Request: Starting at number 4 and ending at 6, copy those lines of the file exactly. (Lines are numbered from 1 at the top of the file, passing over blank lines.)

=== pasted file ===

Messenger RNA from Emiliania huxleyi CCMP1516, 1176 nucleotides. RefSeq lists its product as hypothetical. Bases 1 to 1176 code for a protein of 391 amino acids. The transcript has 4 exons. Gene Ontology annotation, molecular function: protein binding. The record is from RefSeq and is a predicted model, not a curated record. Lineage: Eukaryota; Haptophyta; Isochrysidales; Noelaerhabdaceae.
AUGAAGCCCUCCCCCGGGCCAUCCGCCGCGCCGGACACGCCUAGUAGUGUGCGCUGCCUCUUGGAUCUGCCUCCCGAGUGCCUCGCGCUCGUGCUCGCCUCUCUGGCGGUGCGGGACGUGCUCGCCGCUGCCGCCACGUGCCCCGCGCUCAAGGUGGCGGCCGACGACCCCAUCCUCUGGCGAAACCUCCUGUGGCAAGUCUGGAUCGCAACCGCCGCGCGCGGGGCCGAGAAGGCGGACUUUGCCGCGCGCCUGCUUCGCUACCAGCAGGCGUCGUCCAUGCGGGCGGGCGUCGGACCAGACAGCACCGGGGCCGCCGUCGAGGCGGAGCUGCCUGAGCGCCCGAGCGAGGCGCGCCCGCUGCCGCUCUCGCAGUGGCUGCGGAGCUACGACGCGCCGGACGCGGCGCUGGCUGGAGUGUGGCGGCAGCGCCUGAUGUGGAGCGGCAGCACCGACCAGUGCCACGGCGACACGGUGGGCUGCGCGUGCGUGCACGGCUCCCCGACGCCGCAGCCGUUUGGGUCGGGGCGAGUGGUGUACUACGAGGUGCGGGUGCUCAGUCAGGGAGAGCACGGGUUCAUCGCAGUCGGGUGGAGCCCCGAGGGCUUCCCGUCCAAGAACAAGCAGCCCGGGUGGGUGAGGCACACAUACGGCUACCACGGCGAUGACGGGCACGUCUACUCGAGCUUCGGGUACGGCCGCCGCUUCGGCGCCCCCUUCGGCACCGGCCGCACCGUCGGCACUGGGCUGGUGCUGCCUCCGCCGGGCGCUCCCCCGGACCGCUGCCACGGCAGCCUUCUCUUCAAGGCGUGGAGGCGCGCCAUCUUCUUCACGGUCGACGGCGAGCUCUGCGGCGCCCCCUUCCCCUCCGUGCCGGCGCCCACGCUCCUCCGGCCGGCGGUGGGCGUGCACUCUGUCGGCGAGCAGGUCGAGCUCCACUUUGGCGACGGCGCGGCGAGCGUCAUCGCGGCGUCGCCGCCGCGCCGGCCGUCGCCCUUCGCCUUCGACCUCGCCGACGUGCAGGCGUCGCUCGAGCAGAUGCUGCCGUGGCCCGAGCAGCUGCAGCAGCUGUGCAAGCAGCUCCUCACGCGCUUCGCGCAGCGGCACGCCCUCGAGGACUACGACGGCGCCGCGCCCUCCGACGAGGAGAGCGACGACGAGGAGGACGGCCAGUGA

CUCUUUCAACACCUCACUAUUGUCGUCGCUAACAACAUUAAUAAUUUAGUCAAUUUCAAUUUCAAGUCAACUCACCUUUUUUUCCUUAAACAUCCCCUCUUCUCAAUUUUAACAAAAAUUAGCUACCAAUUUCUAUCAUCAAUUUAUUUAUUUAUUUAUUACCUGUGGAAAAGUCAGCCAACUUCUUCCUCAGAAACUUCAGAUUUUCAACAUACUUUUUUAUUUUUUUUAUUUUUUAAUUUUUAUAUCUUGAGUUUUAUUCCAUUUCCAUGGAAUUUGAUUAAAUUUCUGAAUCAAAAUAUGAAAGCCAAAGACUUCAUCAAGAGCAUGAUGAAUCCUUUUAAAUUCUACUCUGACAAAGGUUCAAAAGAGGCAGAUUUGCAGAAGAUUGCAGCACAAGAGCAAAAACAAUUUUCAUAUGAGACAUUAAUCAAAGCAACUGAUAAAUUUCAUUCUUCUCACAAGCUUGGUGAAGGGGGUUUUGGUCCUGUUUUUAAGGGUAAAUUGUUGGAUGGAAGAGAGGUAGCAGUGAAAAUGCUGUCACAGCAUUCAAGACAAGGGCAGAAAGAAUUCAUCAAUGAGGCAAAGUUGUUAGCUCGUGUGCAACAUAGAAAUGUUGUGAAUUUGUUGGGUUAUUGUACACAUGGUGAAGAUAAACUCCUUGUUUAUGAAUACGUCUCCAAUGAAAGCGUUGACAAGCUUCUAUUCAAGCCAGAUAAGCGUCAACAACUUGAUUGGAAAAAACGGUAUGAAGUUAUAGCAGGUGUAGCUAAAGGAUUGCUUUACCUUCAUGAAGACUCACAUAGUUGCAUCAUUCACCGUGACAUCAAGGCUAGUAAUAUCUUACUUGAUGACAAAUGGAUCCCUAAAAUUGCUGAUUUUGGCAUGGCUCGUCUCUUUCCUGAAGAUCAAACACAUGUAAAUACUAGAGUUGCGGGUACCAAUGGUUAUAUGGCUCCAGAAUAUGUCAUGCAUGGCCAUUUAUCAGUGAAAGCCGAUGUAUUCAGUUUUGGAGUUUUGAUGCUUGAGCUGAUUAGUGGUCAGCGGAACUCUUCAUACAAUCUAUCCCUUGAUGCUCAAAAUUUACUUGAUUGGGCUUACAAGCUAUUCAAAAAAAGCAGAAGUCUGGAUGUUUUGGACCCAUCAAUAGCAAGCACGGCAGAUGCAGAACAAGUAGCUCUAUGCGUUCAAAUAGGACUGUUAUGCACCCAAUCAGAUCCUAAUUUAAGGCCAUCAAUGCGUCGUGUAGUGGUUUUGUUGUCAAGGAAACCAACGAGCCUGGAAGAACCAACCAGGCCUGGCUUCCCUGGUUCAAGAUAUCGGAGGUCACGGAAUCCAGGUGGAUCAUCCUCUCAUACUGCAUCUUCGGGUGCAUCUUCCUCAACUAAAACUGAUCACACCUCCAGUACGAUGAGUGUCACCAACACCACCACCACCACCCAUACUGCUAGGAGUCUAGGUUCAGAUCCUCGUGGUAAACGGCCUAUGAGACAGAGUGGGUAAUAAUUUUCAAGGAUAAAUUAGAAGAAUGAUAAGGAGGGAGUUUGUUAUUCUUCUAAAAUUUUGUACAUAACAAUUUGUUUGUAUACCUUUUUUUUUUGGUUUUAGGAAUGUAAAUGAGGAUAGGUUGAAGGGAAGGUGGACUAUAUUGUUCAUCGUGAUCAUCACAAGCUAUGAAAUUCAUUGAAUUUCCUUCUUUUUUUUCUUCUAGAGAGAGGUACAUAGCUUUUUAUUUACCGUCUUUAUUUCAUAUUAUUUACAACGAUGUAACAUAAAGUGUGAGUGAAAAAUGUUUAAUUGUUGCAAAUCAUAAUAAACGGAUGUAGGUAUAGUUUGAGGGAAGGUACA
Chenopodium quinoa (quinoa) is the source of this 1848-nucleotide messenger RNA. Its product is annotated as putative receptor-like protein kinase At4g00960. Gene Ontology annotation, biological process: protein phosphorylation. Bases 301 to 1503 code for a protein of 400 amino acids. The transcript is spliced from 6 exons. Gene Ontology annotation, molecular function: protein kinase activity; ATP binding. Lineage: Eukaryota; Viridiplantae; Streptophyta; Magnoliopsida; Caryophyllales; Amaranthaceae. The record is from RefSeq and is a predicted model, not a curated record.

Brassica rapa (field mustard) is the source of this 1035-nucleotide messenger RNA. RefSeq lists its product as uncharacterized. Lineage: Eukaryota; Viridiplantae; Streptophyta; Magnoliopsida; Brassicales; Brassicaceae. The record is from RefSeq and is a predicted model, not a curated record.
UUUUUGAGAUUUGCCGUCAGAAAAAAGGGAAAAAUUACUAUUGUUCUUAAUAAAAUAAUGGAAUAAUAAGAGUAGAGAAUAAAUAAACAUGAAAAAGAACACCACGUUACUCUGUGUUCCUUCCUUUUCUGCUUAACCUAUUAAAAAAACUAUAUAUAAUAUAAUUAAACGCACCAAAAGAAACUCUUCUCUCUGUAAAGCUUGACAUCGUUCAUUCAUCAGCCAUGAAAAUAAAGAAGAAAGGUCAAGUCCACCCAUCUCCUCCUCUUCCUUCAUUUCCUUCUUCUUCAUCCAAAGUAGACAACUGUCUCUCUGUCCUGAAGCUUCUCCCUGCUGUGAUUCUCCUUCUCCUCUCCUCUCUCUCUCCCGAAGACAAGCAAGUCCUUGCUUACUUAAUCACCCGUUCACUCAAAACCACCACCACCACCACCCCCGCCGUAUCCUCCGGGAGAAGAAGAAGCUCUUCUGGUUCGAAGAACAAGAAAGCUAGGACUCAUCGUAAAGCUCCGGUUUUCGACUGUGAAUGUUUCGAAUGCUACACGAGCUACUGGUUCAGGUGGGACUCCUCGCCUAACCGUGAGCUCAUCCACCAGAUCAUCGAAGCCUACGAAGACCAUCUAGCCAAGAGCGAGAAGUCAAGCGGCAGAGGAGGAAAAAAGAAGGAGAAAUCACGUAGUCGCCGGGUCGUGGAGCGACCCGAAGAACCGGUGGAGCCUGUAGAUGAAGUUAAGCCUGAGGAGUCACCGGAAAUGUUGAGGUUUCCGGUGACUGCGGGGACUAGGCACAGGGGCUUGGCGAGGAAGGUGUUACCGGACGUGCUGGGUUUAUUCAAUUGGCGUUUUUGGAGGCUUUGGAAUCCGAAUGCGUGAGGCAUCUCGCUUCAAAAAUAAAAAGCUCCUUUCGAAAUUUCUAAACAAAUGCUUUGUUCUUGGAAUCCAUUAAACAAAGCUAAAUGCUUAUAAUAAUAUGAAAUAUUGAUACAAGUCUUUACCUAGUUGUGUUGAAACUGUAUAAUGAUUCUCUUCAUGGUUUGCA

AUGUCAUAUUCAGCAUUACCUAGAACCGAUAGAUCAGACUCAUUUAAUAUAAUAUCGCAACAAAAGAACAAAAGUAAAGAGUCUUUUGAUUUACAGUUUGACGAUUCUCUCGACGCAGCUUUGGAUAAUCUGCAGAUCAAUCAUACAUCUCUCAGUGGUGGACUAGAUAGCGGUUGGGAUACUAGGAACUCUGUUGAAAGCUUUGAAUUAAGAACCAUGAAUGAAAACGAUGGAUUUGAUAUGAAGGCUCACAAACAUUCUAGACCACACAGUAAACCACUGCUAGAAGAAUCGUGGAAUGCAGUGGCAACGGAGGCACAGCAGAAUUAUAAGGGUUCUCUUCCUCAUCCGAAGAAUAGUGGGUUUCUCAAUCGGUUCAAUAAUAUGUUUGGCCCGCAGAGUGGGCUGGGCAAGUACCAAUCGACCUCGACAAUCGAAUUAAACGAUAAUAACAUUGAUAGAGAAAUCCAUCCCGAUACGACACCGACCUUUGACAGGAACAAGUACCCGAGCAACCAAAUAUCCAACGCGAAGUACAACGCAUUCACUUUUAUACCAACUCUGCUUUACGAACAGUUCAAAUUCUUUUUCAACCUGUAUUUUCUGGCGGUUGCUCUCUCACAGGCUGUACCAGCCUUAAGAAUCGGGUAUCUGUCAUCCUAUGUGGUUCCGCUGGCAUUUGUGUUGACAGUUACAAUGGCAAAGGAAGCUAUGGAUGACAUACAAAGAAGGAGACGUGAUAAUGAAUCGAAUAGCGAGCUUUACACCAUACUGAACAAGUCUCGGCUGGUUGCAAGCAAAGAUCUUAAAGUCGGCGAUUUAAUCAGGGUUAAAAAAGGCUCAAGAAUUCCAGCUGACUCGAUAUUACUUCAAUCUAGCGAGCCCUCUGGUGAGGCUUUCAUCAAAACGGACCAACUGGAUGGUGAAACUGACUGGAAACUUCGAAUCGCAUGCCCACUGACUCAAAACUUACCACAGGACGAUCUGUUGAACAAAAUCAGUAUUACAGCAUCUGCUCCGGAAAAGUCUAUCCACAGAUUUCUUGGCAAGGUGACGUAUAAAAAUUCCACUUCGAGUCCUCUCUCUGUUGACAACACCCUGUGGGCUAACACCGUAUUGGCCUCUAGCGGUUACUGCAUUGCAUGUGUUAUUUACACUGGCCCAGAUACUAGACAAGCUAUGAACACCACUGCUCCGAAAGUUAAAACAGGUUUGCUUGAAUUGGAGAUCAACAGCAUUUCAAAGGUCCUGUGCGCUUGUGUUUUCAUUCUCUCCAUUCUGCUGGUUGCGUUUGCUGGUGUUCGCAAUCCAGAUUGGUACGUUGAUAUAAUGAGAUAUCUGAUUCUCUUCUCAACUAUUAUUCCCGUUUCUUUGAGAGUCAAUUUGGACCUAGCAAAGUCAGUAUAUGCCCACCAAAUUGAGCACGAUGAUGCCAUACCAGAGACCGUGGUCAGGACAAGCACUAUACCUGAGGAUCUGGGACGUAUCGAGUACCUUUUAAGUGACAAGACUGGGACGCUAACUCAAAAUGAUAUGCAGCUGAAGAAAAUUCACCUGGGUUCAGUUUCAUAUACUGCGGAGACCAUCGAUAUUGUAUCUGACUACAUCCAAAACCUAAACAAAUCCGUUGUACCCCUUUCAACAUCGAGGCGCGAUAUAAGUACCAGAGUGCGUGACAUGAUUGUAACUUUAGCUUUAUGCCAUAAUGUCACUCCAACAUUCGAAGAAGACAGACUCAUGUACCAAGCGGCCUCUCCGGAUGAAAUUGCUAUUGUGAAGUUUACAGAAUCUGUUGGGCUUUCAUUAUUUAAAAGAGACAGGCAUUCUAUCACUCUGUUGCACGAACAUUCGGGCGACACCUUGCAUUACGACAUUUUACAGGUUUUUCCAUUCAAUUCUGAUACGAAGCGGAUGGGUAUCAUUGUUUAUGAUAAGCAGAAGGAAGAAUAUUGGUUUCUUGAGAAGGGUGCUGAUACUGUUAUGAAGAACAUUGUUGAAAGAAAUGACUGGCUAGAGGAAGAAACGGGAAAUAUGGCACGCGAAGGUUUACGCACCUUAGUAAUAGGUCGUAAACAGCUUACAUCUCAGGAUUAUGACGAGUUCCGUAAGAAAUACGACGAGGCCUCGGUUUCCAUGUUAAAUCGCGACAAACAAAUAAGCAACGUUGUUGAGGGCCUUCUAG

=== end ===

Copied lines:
Chenopodium quinoa (quinoa) is the source of this 1848-nucleotide messenger RNA. Its product is annotated as putative receptor-like protein kinase At4g00960. Gene Ontology annotation, biological process: protein phosphorylation. Bases 301 to 1503 code for a protein of 400 amino acids. The transcript is spliced from 6 exons. Gene Ontology annotation, molecular function: protein kinase activity; ATP binding. Lineage: Eukaryota; Viridiplantae; Streptophyta; Magnoliopsida; Caryophyllales; Amaranthaceae. The record is from RefSeq and is a predicted model, not a curated record.

Brassica rapa (field mustard) is the source of this 1035-nucleotide messenger RNA. RefSeq lists its product as uncharacterized. Lineage: Eukaryota; Viridiplantae; Streptophyta; Magnoliopsida; Brassicales; Brassicaceae. The record is from RefSeq and is a predicted model, not a curated record.
UUUUUGAGAUUUGCCGUCAGAAAAAAGGGAAAAAUUACUAUUGUUCUUAAUAAAAUAAUGGAAUAAUAAGAGUAGAGAAUAAAUAAACAUGAAAAAGAACACCACGUUACUCUGUGUUCCUUCCUUUUCUGCUUAACCUAUUAAAAAAACUAUAUAUAAUAUAAUUAAACGCACCAAAAGAAACUCUUCUCUCUGUAAAGCUUGACAUCGUUCAUUCAUCAGCCAUGAAAAUAAAGAAGAAAGGUCAAGUCCACCCAUCUCCUCCUCUUCCUUCAUUUCCUUCUUCUUCAUCCAAAGUAGACAACUGUCUCUCUGUCCUGAAGCUUCUCCCUGCUGUGAUUCUCCUUCUCCUCUCCUCUCUCUCUCCCGAAGACAAGCAAGUCCUUGCUUACUUAAUCACCCGUUCACUCAAAACCACCACCACCACCACCCCCGCCGUAUCCUCCGGGAGAAGAAGAAGCUCUUCUGGUUCGAAGAACAAGAAAGCUAGGACUCAUCGUAAAGCUCCGGUUUUCGACUGUGAAUGUUUCGAAUGCUACACGAGCUACUGGUUCAGGUGGGACUCCUCGCCUAACCGUGAGCUCAUCCACCAGAUCAUCGAAGCCUACGAAGACCAUCUAGCCAAGAGCGAGAAGUCAAGCGGCAGAGGAGGAAAAAAGAAGGAGAAAUCACGUAGUCGCCGGGUCGUGGAGCGACCCGAAGAACCGGUGGAGCCUGUAGAUGAAGUUAAGCCUGAGGAGUCACCGGAAAUGUUGAGGUUUCCGGUGACUGCGGGGACUAGGCACAGGGGCUUGGCGAGGAAGGUGUUACCGGACGUGCUGGGUUUAUUCAAUUGGCGUUUUUGGAGGCUUUGGAAUCCGAAUGCGUGAGGCAUCUCGCUUCAAAAAUAAAAAGCUCCUUUCGAAAUUUCUAAACAAAUGCUUUGUUCUUGGAAUCCAUUAAACAAAGCUAAAUGCUUAUAAUAAUAUGAAAUAUUGAUACAAGUCUUUACCUAGUUGUGUUGAAACUGUAUAAUGAUUCUCUUCAUGGUUUGCA